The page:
Free market systems do not converge to full employment/high employment equilibrium.

  4. Free market systems do not converge to full employment/high employment equilibrium.

    Free market systems ALWAYs converge to full employment/high employment "equilibrium". Keynesians and statist wars, government spending and funny money dilution impair that process and make adjustments to it painful.

    Ever hear of WWI? That sure wasn't the "free market".

  5. "There is never shortage of work as such, there is only shortage of work at given price."

    Alternatively there is a shortage of those willing to pay this prevailing price.

  6. The problem is a lack of money. In a monetary economy, people need money to perform transactions. If there is not enough money at the prevailing level and structure of prices, then people will be left wanting to trade but unable to. That is when resources become idle. Moreover, this is not "saving" because it does not deploy those resources to produce future goods. Idle resources depreciate and so it is actually closer to dissaving -- not to mention the political turmoil of having high unemployment.

  7. "simple home town of gurgaon"? gurgaon has and will always be filthy urban sprawl

  8. "Free market systems ALWAYs converge to full employment/high employment 'equilibrium'"

    Oh dear me. You complain repeatedly that Keynesians don't understand Austrian economics, but now you seem unaware that full employment/high employment 'equilibrium' is a neoclassical, not an Austrian, concept.

    Austrian economics does NOT use the concept of full employment 'equilibrium'.

    Instead, some Austrians invoke the concept of pattern/plan co-ordination (e.g., Hayek, Rizzi and O'Driscoll), while others would agree with me (e.g., Lachmann and other radical subjectivists) that there is no tendency to pattern/plan co-ordination or full employment 'equilibrium' in a free market economy.

    Because of uncertainty, subjective expectations, money as a store of value, financial asset markets, debt deflation etc, Say's law does not work:

    Try reading the classic essay by Lachmann too:

    Lachmann, L. M. 1976. “From Mises to Shackle: An Essay on Austrian Economics and the Kaleidic Society,” Journal of Economic Literature 14.1: 54-62.

  9. Joanna, you and Bob Roddis have made a serious mistake by lecturing people in a dozen other blogs that they don't understand Austrian economics.

    This tactic has constantly kept backfiring, and it is a really bad idea to do it in a blog in which the blogger has cited and quoted far more books of Austrian economists than many free market blogs do.

  10. The "democratic" argument to judge the allocation of resources is one of the worst I have ever read. It can be uses to decide how much to spend on not marketable services, like police, fireguard, etc. and it can be used surely in allocating resources taking form Peter and giving to Paul paying Simon to enact it. But it is never a measure for tradable goods or services. It is never a measure of efficieny in the economic sense of terme. No doubt the South of Italy or the East of Germany gave a constant and big "consesus" to make money flow from the richer North (Italy) / West (Germany). No doubt the reasult has been mainly a huge waste of resouces and the development of parasitc economies well connect with politicians and bureaucrats unable to create an endogenous development.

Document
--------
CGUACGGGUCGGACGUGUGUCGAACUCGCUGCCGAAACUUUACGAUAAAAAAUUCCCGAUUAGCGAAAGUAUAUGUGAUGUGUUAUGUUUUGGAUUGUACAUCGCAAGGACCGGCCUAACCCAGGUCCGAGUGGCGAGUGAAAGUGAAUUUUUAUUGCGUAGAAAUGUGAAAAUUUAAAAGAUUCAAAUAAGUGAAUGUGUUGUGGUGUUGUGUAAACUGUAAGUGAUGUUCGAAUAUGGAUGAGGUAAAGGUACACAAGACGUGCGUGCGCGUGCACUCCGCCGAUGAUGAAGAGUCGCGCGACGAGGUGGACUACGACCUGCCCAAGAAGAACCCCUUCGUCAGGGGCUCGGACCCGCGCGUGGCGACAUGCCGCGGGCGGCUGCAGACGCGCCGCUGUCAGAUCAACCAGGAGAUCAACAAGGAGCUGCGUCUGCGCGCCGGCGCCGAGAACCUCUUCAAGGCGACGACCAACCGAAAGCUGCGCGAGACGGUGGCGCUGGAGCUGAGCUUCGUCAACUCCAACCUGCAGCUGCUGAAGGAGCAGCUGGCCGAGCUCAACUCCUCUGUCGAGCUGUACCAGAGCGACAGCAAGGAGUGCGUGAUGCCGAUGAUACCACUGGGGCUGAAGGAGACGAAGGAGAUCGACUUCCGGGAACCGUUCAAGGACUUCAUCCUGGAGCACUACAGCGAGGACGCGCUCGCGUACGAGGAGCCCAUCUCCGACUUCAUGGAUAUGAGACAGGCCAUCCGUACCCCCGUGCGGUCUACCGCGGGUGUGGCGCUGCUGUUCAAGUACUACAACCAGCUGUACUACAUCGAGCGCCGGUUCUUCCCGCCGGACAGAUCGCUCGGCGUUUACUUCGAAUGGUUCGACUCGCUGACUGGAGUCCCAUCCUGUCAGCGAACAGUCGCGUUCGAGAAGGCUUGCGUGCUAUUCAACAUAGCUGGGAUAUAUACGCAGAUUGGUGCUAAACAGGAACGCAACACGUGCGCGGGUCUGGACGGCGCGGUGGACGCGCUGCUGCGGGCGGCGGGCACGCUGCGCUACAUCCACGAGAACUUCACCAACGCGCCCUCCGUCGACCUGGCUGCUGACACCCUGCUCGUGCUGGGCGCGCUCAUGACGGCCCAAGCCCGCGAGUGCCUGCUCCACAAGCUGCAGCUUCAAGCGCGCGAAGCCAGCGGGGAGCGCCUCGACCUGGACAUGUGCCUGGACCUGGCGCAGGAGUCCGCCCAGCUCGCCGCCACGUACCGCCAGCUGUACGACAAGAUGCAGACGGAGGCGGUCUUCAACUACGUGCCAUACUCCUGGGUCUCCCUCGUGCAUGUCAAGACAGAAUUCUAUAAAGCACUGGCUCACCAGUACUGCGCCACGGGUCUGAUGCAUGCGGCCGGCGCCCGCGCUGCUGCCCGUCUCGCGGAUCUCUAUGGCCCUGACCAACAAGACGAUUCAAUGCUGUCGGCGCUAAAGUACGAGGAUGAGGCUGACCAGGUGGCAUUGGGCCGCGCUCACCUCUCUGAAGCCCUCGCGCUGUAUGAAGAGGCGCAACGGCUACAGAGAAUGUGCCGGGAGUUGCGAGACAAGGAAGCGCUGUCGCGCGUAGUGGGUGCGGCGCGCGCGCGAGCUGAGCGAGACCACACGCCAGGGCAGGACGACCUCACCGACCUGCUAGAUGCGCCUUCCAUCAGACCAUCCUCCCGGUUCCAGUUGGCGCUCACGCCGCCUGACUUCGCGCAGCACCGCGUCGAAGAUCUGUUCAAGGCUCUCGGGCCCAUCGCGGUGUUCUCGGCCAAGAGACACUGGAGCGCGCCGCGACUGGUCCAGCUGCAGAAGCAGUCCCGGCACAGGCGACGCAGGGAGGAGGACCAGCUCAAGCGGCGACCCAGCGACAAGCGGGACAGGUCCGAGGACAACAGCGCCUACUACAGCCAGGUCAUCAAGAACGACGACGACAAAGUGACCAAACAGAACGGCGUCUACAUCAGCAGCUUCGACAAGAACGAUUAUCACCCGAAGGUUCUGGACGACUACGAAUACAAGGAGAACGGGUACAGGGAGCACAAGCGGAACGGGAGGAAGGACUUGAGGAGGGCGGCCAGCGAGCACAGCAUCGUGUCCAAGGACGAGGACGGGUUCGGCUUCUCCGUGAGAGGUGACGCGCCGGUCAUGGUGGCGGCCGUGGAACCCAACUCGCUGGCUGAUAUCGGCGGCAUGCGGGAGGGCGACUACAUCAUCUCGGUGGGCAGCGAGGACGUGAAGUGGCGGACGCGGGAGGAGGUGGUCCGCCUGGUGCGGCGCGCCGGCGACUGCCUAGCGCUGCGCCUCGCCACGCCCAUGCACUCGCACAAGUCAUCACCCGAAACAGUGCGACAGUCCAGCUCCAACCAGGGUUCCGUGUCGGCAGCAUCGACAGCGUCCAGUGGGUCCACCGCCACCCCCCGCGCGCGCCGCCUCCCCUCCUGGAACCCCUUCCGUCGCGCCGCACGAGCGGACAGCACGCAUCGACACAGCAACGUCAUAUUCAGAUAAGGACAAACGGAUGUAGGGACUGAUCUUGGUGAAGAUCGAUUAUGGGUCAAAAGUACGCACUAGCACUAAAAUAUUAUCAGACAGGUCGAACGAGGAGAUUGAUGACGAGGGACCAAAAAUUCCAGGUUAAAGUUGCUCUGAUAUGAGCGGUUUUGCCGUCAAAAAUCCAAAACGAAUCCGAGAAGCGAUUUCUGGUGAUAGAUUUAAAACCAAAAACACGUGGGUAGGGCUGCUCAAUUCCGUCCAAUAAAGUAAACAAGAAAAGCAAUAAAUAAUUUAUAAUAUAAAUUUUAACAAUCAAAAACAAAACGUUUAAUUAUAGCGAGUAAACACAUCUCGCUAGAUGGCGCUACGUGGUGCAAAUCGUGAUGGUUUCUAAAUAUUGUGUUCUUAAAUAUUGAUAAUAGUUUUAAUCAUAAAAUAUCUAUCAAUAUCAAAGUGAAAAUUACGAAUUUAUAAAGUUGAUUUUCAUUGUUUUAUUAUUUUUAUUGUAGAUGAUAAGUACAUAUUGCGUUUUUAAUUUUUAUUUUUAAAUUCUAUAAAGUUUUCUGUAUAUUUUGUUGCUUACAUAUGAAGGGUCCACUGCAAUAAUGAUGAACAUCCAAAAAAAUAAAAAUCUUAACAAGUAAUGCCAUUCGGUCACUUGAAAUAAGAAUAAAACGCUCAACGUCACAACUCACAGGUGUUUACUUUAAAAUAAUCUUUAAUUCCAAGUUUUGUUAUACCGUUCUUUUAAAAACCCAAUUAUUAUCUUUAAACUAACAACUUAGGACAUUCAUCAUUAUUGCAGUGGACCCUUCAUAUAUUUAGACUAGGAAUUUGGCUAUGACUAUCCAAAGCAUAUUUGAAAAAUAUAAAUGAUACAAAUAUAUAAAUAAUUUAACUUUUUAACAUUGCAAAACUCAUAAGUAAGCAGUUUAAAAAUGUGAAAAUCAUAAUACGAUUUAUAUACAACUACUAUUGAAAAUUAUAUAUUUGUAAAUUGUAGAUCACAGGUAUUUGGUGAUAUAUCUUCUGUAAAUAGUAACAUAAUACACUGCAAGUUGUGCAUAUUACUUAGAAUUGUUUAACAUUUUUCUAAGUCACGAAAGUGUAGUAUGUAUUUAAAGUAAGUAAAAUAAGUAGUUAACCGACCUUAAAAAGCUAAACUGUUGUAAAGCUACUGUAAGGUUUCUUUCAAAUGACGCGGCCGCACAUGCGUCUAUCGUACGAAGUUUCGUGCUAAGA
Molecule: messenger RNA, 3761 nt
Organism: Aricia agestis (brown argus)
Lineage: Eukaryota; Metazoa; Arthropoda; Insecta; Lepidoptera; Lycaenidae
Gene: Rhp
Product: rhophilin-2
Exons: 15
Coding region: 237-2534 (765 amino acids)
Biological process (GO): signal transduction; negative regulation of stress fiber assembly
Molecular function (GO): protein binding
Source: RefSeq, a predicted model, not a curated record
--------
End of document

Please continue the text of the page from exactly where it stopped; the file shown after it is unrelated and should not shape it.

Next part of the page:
A good or a service is never at margin, infra or sub marginal just because a temporary majority express a vote about it or gave power to a man that in a long list of promises included it among many other. Stating so, you seem to be completely unaware of public choice economics.

  11. Prateek Sanjay,

    Thanks, it's nice to see some balance!
    As I have pointed out numerous times, Keynesians can learn from engaging with Austrian economics, and admitting the Austrians get some things right. Credit where credit is due.

    Those Austrians who emphasise that money is not neutral, that uncertainty is a fundamental concept, and that business expectations are subjective are correct.

  12. Surely you can find some topics in commons with Austrians. This is valid also for many heterodox approaches. But many times your use of Austrian economists is captious, i.e. you use Hayek vs Mises, Lachmann vs Rothbard, and so on depending on the argument. Well, you may be (in part) justified in order to answer to "consumers of Austrian economics" which quote Human Action or Man Economy & State as if the were the Holy Bible. But you won't go too far in such way.
    Broadly, you can distinguish between:
    1. "Rothbardians" and follower of praxeological method in general;
    2. Kirzer with its Entrpreneurial Discovery Approch (EDA), that is less far from the Neoclassical EEA.
    3. The "Hermeneuticians", followers of the Hermeneutic Turn of Don Lavoie and Lachmann (now you can find many of them around the GMU) - the big part of them prefer to stand with Hayek and its evolutionary approach because Lachmann and its subjectivism is sometimes is close to epistemological nihilism.
    Anyhow I think that many "so called" Austrians are unaware of these differences. Obviously that the "labels" that I attached to each subgroup are merely indicative.

  13. "Unemployment is always a choice."

    Written by someone never unemployed.